Researchers found men who have more than 20 notches on their bedpost slashed their risk of prostate cancer by 28 per cent
According to a new study, men who sleep with multiple women are almost a third less likely to develop the disease.
Researchers found men who have more than 20 notches on their bedpost slashed their risk of prostate cancer by 28 per cent.
And the study also revealed that men who have slept with more than 20 women reduced their chances of getting the most aggressive tumours by 19 per cent.
Celibacy, on the other hand, doubles the risk of the disease.
Prostate cancer is the most common male cancer in the UK, with 41,700 new cases diagnosed and 10,800 deaths each year.
The findings add to evidence that regular intercourse may flush out cancer causing chemicals as the prostate secretes the bulk of the fluid in semen.
It is the first study to suggest the number of female partners is what matters, rather than the amount of sex, or even masturbation.
But asked if it meant public health authorities will be encouraging men to sleep with many women in their lives to protect against prostate cancer, Professor Marie-Elise Parent replied: ‘We are not there yet.’
Another theory for the protective effect of sex is it reduces calcifications in the prostate, a gland located between the bladder and the penis, just in front of the rectum.
Professor Parent, of the University of Montreal, said: ‘It is possible that having many female sexual partners results in a higher frequency of ejaculations, whose protective effect against prostate cancer has been previously observed in cohort studies.’
Men who said they had never had sexual intercourse were almost twice as likely to be diagnosed with the disease as those who said they had.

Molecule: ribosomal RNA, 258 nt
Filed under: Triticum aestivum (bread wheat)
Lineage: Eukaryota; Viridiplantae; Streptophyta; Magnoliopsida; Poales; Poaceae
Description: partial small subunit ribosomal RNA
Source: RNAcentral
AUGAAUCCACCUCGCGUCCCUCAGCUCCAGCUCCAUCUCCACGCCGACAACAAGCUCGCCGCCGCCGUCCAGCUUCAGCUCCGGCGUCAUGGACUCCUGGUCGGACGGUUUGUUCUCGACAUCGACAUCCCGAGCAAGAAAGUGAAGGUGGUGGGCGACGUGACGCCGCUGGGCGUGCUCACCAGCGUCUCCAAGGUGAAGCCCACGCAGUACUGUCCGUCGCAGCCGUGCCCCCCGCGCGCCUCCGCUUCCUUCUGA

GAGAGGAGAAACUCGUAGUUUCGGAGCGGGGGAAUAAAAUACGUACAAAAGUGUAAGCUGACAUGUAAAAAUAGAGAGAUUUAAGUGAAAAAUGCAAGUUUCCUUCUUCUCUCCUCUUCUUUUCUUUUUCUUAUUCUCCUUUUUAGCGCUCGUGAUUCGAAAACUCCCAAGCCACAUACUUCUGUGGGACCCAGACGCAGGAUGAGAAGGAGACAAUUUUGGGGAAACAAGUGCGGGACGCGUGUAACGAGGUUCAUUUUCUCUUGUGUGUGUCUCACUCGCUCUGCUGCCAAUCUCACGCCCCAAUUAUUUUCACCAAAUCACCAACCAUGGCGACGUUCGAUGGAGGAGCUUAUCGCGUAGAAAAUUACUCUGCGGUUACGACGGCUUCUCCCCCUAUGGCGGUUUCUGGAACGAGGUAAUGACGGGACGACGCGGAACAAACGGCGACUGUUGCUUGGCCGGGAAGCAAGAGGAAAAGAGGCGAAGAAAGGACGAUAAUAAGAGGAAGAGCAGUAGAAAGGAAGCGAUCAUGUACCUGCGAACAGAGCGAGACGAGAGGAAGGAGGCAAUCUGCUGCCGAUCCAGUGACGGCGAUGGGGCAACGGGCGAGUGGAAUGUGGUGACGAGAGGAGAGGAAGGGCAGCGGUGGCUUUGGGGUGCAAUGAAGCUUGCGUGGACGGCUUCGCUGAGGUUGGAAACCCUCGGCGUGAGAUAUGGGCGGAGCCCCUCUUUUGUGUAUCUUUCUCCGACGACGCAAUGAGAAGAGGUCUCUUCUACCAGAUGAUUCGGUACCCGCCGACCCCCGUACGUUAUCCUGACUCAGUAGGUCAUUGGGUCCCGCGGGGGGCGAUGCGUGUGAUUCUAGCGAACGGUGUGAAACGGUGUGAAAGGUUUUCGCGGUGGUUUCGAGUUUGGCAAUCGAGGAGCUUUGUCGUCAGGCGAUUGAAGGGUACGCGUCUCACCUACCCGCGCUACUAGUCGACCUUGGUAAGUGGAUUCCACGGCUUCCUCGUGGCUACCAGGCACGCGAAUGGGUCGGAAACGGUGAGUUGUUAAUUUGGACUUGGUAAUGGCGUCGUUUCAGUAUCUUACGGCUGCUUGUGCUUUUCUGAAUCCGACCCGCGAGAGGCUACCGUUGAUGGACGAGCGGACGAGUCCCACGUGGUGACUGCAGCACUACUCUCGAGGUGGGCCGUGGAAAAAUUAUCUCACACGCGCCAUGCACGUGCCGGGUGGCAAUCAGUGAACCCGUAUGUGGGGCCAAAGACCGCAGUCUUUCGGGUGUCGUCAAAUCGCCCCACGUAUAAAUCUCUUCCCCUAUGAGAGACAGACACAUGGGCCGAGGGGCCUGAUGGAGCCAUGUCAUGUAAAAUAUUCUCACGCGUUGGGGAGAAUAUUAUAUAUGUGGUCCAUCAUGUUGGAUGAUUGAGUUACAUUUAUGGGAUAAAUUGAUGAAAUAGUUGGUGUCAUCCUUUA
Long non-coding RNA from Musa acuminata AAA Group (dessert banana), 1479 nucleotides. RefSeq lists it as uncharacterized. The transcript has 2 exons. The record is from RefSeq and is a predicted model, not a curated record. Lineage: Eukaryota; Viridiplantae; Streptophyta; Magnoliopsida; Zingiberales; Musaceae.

According to some studies, the underlying mechanism of the preventative effect is in reducing the concentration of cancer causing substances in prostatic fluid, or lowering the production of crystal-like balls in the gland.
The age at which the participants lost their virginity, or the number of sexually transmitted infections (STIs) they had contracted, had no effect.
Moreover, just 12 per cent reported having had at least one STI.
The results were obtained as part of the Montreal study PROtEuS (Prostate Cancer & Environment Study), in which 3208 men responded to a questionnaire on, amongst other things, their sex lives.
Of these, 1,590 were diagnosed with prostate cancer between September 2005 and August 2009, while the other 1,618 formed a control group.
Overall, the prostate cancer patients were twice as likely to have had a relative with the disease. But the evidence suggests the number of sexual partners affects the development of the tumour.
On the other hand, gay men who have had more than 20 male partners in their lifetime suffered a twofold higher risk of getting prostate cancer compared to those who had never slept with a man.
And their risk of developing less aggressive prostate cancer – which is more likely to respond to treatment and has a lower likelihood of spreading – increased sixfold compared to those who have had only one male partner, which had no effect on overall risk.
Professor Parent said: ‘It could come from greater exposure to STIs, or it could be anal intercourse produces physical trauma to the prostate.’
She said having participants who were open about talking about their sexuality allowed the study to take place.
She said: ‘We were fortunate to have participants from Montreal who were comfortable talking about their sexuality, no matter what sexual experiences they have had, and this openness would probably not have been the same twenty or thirty years ago.
‘Indeed, thanks to them, we now know the number and type of partners must be taken into account to better understand the causes of prostate cancer.’
The research was published in the journal Cancer Epidemiology.